The third option for plugging in a non-CDB is called Database Migration from non-CDB to PDB – Clone via NON$CDB, upgrade, convert. As I showed already in this blog post a while ago, your source must be at least an Oracle 12.1 database. And this technique can be used also only for same-Endianness migrations but does not apply if you’d like to migrate from Big to Little Endian. If your source database matches already the receiving CDB, no upgrade is necessary.
High Level Overview
|Endianness change possible:
|Source database versions:||Oracle 220.127.116.11 (without local undo) or 18.104.22.168 or newer|
|Characteristic:||Plugin a non-CDB via a database link|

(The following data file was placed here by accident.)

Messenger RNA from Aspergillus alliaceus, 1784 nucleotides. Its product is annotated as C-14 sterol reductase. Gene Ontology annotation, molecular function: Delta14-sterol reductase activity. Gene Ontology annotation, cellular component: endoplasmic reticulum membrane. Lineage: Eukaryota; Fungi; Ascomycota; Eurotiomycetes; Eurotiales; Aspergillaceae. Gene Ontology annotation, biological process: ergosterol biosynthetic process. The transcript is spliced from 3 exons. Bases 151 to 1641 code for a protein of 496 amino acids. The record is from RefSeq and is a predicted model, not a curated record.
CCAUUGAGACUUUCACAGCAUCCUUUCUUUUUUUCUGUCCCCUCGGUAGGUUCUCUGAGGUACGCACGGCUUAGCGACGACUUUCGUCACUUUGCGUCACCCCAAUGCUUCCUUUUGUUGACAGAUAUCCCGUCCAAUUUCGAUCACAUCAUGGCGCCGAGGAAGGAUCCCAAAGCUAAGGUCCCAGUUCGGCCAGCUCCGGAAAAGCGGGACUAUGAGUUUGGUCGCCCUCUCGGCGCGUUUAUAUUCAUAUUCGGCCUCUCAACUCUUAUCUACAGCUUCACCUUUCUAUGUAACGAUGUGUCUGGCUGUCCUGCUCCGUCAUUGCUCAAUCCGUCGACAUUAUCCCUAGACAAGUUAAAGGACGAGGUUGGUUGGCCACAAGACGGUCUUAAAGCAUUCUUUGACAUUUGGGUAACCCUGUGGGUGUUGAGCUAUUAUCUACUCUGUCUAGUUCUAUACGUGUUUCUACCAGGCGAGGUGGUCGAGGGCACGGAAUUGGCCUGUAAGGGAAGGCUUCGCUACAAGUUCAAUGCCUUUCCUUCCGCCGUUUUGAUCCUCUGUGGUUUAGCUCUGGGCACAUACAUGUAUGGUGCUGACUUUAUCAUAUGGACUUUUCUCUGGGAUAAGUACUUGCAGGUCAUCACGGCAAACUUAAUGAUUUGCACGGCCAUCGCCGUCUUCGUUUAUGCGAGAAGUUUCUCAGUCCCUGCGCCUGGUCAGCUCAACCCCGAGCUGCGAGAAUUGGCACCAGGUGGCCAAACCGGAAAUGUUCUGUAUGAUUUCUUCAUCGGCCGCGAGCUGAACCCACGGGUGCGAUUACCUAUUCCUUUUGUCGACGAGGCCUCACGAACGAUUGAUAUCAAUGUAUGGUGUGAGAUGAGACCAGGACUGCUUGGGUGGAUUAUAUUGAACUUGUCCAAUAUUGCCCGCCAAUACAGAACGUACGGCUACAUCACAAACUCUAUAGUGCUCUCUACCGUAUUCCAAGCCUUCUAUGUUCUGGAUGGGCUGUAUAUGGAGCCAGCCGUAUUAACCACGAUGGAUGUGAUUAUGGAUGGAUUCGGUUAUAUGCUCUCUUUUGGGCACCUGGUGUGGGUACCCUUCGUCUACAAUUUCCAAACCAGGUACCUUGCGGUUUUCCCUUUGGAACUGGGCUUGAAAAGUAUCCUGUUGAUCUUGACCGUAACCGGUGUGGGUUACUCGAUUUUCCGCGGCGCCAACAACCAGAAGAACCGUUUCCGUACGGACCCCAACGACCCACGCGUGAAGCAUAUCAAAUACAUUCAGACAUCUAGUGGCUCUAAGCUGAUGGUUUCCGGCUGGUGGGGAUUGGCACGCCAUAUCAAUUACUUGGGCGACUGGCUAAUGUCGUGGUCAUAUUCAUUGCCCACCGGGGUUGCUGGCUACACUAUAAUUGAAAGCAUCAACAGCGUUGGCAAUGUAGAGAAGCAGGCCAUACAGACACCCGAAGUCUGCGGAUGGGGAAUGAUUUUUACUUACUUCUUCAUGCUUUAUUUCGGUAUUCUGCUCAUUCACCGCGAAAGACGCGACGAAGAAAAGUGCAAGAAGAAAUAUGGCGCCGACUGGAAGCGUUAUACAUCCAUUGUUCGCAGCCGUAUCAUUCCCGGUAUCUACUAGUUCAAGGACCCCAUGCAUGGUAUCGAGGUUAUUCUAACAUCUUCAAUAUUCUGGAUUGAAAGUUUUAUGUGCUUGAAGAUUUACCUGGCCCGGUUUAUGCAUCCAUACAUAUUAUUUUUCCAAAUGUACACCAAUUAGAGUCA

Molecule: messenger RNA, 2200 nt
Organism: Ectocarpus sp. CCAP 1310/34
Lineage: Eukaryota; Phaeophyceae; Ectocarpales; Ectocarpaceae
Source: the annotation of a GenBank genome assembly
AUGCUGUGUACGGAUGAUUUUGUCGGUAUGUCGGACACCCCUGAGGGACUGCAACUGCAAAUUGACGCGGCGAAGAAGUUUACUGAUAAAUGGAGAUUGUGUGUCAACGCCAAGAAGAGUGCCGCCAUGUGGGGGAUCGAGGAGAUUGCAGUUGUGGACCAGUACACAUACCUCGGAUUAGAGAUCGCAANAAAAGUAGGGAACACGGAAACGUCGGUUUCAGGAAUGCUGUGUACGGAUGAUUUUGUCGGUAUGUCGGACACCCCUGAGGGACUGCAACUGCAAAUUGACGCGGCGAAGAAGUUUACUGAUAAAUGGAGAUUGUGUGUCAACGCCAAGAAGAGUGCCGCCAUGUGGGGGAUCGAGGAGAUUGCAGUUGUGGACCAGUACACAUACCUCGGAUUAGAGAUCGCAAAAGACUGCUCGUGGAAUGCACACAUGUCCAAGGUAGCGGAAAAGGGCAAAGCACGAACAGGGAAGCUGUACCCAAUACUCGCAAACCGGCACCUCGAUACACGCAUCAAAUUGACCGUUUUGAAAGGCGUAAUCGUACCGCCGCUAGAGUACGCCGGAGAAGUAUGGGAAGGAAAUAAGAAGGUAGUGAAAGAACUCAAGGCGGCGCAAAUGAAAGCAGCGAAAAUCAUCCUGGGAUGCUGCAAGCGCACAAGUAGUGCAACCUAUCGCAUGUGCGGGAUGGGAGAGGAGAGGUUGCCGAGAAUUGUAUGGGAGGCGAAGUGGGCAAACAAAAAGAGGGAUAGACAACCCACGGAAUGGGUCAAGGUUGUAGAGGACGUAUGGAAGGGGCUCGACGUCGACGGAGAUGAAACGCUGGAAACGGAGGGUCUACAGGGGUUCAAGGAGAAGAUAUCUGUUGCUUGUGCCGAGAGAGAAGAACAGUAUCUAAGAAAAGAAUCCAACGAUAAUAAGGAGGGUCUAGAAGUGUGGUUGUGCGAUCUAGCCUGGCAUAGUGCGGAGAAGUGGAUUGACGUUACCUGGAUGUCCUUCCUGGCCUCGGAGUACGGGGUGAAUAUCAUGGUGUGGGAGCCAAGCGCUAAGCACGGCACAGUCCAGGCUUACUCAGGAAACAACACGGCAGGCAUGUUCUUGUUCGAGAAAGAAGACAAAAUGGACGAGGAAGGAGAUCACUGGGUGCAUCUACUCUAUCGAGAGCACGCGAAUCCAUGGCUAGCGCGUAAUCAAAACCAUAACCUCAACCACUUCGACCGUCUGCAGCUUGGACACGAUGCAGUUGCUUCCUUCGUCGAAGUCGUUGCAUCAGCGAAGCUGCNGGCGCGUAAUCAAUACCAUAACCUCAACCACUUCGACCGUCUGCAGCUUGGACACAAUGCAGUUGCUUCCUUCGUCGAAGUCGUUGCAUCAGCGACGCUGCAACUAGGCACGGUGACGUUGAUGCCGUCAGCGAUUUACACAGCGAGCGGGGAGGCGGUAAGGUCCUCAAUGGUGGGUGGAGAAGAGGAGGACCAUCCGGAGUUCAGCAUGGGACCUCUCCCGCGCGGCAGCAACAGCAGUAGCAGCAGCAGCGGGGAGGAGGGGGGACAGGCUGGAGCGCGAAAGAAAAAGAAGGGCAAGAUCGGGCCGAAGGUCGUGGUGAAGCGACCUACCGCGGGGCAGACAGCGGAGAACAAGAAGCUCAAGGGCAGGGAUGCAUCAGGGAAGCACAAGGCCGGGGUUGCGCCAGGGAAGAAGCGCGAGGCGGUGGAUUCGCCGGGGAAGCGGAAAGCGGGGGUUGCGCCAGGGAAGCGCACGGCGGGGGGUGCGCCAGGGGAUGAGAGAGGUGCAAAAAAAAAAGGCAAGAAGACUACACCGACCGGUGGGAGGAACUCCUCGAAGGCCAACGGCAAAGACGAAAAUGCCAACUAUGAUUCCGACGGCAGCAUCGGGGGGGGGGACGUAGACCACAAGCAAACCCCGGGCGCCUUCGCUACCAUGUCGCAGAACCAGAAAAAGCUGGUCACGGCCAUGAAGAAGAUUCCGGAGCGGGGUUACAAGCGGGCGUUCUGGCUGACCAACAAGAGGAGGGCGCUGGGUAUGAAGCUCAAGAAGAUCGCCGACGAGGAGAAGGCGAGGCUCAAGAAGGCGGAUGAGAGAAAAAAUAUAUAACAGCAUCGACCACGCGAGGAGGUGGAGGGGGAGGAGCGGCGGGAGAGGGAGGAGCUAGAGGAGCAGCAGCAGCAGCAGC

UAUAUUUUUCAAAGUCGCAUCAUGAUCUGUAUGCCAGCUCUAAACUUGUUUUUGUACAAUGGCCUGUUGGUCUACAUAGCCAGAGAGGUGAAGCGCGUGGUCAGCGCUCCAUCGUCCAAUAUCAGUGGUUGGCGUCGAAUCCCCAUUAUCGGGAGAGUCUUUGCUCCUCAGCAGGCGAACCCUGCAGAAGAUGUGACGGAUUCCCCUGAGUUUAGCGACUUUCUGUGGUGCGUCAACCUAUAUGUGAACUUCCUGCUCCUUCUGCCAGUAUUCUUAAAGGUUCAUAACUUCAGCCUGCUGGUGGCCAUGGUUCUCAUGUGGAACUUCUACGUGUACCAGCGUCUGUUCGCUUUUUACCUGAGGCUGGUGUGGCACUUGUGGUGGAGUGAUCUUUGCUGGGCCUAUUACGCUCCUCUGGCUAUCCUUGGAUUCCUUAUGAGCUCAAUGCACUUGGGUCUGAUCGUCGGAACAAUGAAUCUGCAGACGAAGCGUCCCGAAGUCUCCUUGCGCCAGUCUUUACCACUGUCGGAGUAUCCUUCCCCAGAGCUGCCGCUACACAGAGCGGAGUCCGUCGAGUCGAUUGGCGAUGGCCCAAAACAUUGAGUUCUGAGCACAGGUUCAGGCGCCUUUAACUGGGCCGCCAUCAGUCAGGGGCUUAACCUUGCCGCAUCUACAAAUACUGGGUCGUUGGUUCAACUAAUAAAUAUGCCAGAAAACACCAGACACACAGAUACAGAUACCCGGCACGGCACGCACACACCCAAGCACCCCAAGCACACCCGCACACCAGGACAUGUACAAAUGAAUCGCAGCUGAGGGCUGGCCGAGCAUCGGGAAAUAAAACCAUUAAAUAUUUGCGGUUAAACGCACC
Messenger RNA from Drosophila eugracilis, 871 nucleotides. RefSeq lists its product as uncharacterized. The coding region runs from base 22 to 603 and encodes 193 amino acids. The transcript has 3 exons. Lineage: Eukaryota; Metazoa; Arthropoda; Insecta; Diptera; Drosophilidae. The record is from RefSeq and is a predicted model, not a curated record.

||Yes, if source version <> target CDB|
||Upgrade, pluigin, copy (optional) and
|Minimal downtime option(s):||Oracle GoldenGate|
|Process overview:||At first plugin a non-CDB via a database link as PDB, then upgrade and finally convert it to a PDB|
|Fallback after plugin:
||Data Pump – optional: Oracle GoldenGate|
Database Migration from non-CDB to PDB – Clone via NON$CDB, upgrade, convert
Since Oracle 22.214.171.124 or higher (or with undo restrictions in 126.96.36.199 already), you have the freedom to plugin a non-CDB at first via a database link, and then upgrade and adjust it. I still prefer the other solution of upgrading first, then plugin as I describe in this article. There’s simple reason for me here: Proven fallback for the upgrade case whereas there’s no easy fallback once you plugged in. But I leave it to you to choose your preferred option.
I can’t do this exercise with my 188.8.131.52 databases, as
DBMS_PDB.DESCRIBE does not exist in this release. You can see what happens if you attempt this solution with an Oracle 184.108.40.206 database in this blog post.